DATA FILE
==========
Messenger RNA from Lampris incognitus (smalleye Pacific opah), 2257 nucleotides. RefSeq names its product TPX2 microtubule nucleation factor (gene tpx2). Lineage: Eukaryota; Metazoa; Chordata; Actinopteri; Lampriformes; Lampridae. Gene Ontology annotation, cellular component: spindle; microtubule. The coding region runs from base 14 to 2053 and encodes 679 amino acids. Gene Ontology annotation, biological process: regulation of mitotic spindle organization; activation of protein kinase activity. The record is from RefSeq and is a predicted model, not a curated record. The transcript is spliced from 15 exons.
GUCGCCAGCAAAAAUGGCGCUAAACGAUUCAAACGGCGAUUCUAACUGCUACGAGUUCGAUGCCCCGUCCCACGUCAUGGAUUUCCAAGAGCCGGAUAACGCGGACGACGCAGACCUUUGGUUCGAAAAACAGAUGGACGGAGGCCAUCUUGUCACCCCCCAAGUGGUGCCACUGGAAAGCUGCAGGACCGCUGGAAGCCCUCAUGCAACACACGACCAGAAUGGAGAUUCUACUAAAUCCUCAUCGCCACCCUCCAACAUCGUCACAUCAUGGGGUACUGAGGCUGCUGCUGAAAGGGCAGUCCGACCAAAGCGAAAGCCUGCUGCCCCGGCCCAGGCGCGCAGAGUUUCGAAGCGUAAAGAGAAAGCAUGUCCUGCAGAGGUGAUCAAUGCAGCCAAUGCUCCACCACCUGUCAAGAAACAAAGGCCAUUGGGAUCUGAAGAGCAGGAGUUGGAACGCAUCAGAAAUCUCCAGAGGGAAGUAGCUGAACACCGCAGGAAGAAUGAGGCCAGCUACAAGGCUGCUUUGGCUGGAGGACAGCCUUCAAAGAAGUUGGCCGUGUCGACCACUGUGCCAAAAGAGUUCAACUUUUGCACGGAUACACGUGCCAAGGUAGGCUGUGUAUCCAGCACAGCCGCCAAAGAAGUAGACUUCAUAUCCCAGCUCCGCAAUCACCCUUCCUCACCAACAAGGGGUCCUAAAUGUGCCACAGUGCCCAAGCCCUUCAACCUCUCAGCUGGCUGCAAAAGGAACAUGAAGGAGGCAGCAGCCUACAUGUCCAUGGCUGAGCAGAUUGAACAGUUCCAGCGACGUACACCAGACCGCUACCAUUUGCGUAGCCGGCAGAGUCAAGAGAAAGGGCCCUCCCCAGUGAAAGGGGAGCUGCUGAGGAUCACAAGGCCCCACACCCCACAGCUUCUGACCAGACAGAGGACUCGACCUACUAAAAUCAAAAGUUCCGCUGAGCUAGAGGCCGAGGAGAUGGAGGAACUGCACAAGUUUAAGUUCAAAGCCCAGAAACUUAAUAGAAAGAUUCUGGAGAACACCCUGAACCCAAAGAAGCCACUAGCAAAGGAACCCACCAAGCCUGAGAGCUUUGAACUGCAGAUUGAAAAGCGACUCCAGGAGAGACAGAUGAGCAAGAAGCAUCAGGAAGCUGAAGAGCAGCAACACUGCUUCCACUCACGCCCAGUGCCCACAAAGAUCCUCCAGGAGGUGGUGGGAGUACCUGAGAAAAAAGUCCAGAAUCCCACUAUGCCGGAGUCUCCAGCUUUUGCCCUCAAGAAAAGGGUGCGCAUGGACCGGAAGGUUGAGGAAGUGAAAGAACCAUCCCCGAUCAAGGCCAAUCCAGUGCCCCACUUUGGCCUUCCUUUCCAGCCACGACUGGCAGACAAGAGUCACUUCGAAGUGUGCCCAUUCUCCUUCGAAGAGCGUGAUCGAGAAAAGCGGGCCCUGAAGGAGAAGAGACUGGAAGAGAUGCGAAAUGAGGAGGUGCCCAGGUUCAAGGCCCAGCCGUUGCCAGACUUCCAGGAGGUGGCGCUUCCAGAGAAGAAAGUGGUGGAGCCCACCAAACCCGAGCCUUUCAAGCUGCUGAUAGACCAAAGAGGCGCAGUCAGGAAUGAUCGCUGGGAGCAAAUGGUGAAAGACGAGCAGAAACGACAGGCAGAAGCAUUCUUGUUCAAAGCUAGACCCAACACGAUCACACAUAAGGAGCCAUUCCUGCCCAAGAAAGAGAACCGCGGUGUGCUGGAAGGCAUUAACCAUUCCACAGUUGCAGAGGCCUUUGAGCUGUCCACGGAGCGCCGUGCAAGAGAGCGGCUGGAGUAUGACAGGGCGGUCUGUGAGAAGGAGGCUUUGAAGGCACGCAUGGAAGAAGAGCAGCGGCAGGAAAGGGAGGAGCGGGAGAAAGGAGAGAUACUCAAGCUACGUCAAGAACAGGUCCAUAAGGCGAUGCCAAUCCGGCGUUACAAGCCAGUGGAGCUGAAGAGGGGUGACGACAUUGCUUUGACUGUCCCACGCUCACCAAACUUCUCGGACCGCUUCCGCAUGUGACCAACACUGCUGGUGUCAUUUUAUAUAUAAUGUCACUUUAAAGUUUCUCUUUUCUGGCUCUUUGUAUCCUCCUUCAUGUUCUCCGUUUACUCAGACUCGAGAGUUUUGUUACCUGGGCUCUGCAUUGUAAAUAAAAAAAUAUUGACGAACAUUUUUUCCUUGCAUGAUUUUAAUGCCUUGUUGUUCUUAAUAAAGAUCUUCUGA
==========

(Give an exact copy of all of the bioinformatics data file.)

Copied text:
Messenger RNA from Lampris incognitus (smalleye Pacific opah), 2257 nucleotides. RefSeq names its product TPX2 microtubule nucleation factor (gene tpx2). Lineage: Eukaryota; Metazoa; Chordata; Actinopteri; Lampriformes; Lampridae. Gene Ontology annotation, cellular component: spindle; microtubule. The coding region runs from base 14 to 2053 and encodes 679 amino acids. Gene Ontology annotation, biological process: regulation of mitotic spindle organization; activation of protein kinase activity. The record is from RefSeq and is a predicted model, not a curated record. The transcript is spliced from 15 exons.
GUCGCCAGCAAAAAUGGCGCUAAACGAUUCAAACGGCGAUUCUAACUGCUACGAGUUCGAUGCCCCGUCCCACGUCAUGGAUUUCCAAGAGCCGGAUAACGCGGACGACGCAGACCUUUGGUUCGAAAAACAGAUGGACGGAGGCCAUCUUGUCACCCCCCAAGUGGUGCCACUGGAAAGCUGCAGGACCGCUGGAAGCCCUCAUGCAACACACGACCAGAAUGGAGAUUCUACUAAAUCCUCAUCGCCACCCUCCAACAUCGUCACAUCAUGGGGUACUGAGGCUGCUGCUGAAAGGGCAGUCCGACCAAAGCGAAAGCCUGCUGCCCCGGCCCAGGCGCGCAGAGUUUCGAAGCGUAAAGAGAAAGCAUGUCCUGCAGAGGUGAUCAAUGCAGCCAAUGCUCCACCACCUGUCAAGAAACAAAGGCCAUUGGGAUCUGAAGAGCAGGAGUUGGAACGCAUCAGAAAUCUCCAGAGGGAAGUAGCUGAACACCGCAGGAAGAAUGAGGCCAGCUACAAGGCUGCUUUGGCUGGAGGACAGCCUUCAAAGAAGUUGGCCGUGUCGACCACUGUGCCAAAAGAGUUCAACUUUUGCACGGAUACACGUGCCAAGGUAGGCUGUGUAUCCAGCACAGCCGCCAAAGAAGUAGACUUCAUAUCCCAGCUCCGCAAUCACCCUUCCUCACCAACAAGGGGUCCUAAAUGUGCCACAGUGCCCAAGCCCUUCAACCUCUCAGCUGGCUGCAAAAGGAACAUGAAGGAGGCAGCAGCCUACAUGUCCAUGGCUGAGCAGAUUGAACAGUUCCAGCGACGUACACCAGACCGCUACCAUUUGCGUAGCCGGCAGAGUCAAGAGAAAGGGCCCUCCCCAGUGAAAGGGGAGCUGCUGAGGAUCACAAGGCCCCACACCCCACAGCUUCUGACCAGACAGAGGACUCGACCUACUAAAAUCAAAAGUUCCGCUGAGCUAGAGGCCGAGGAGAUGGAGGAACUGCACAAGUUUAAGUUCAAAGCCCAGAAACUUAAUAGAAAGAUUCUGGAGAACACCCUGAACCCAAAGAAGCCACUAGCAAAGGAACCCACCAAGCCUGAGAGCUUUGAACUGCAGAUUGAAAAGCGACUCCAGGAGAGACAGAUGAGCAAGAAGCAUCAGGAAGCUGAAGAGCAGCAACACUGCUUCCACUCACGCCCAGUGCCCACAAAGAUCCUCCAGGAGGUGGUGGGAGUACCUGAGAAAAAAGUCCAGAAUCCCACUAUGCCGGAGUCUCCAGCUUUUGCCCUCAAGAAAAGGGUGCGCAUGGACCGGAAGGUUGAGGAAGUGAAAGAACCAUCCCCGAUCAAGGCCAAUCCAGUGCCCCACUUUGGCCUUCCUUUCCAGCCACGACUGGCAGACAAGAGUCACUUCGAAGUGUGCCCAUUCUCCUUCGAAGAGCGUGAUCGAGAAAAGCGGGCCCUGAAGGAGAAGAGACUGGAAGAGAUGCGAAAUGAGGAGGUGCCCAGGUUCAAGGCCCAGCCGUUGCCAGACUUCCAGGAGGUGGCGCUUCCAGAGAAGAAAGUGGUGGAGCCCACCAAACCCGAGCCUUUCAAGCUGCUGAUAGACCAAAGAGGCGCAGUCAGGAAUGAUCGCUGGGAGCAAAUGGUGAAAGACGAGCAGAAACGACAGGCAGAAGCAUUCUUGUUCAAAGCUAGACCCAACACGAUCACACAUAAGGAGCCAUUCCUGCCCAAGAAAGAGAACCGCGGUGUGCUGGAAGGCAUUAACCAUUCCACAGUUGCAGAGGCCUUUGAGCUGUCCACGGAGCGCCGUGCAAGAGAGCGGCUGGAGUAUGACAGGGCGGUCUGUGAGAAGGAGGCUUUGAAGGCACGCAUGGAAGAAGAGCAGCGGCAGGAAAGGGAGGAGCGGGAGAAAGGAGAGAUACUCAAGCUACGUCAAGAACAGGUCCAUAAGGCGAUGCCAAUCCGGCGUUACAAGCCAGUGGAGCUGAAGAGGGGUGACGACAUUGCUUUGACUGUCCCACGCUCACCAAACUUCUCGGACCGCUUCCGCAUGUGACCAACACUGCUGGUGUCAUUUUAUAUAUAAUGUCACUUUAAAGUUUCUCUUUUCUGGCUCUUUGUAUCCUCCUUCAUGUUCUCCGUUUACUCAGACUCGAGAGUUUUGUUACCUGGGCUCUGCAUUGUAAAUAAAAAAAUAUUGACGAACAUUUUUUCCUUGCAUGAUUUUAAUGCCUUGUUGUUCUUAAUAAAGAUCUUCUGA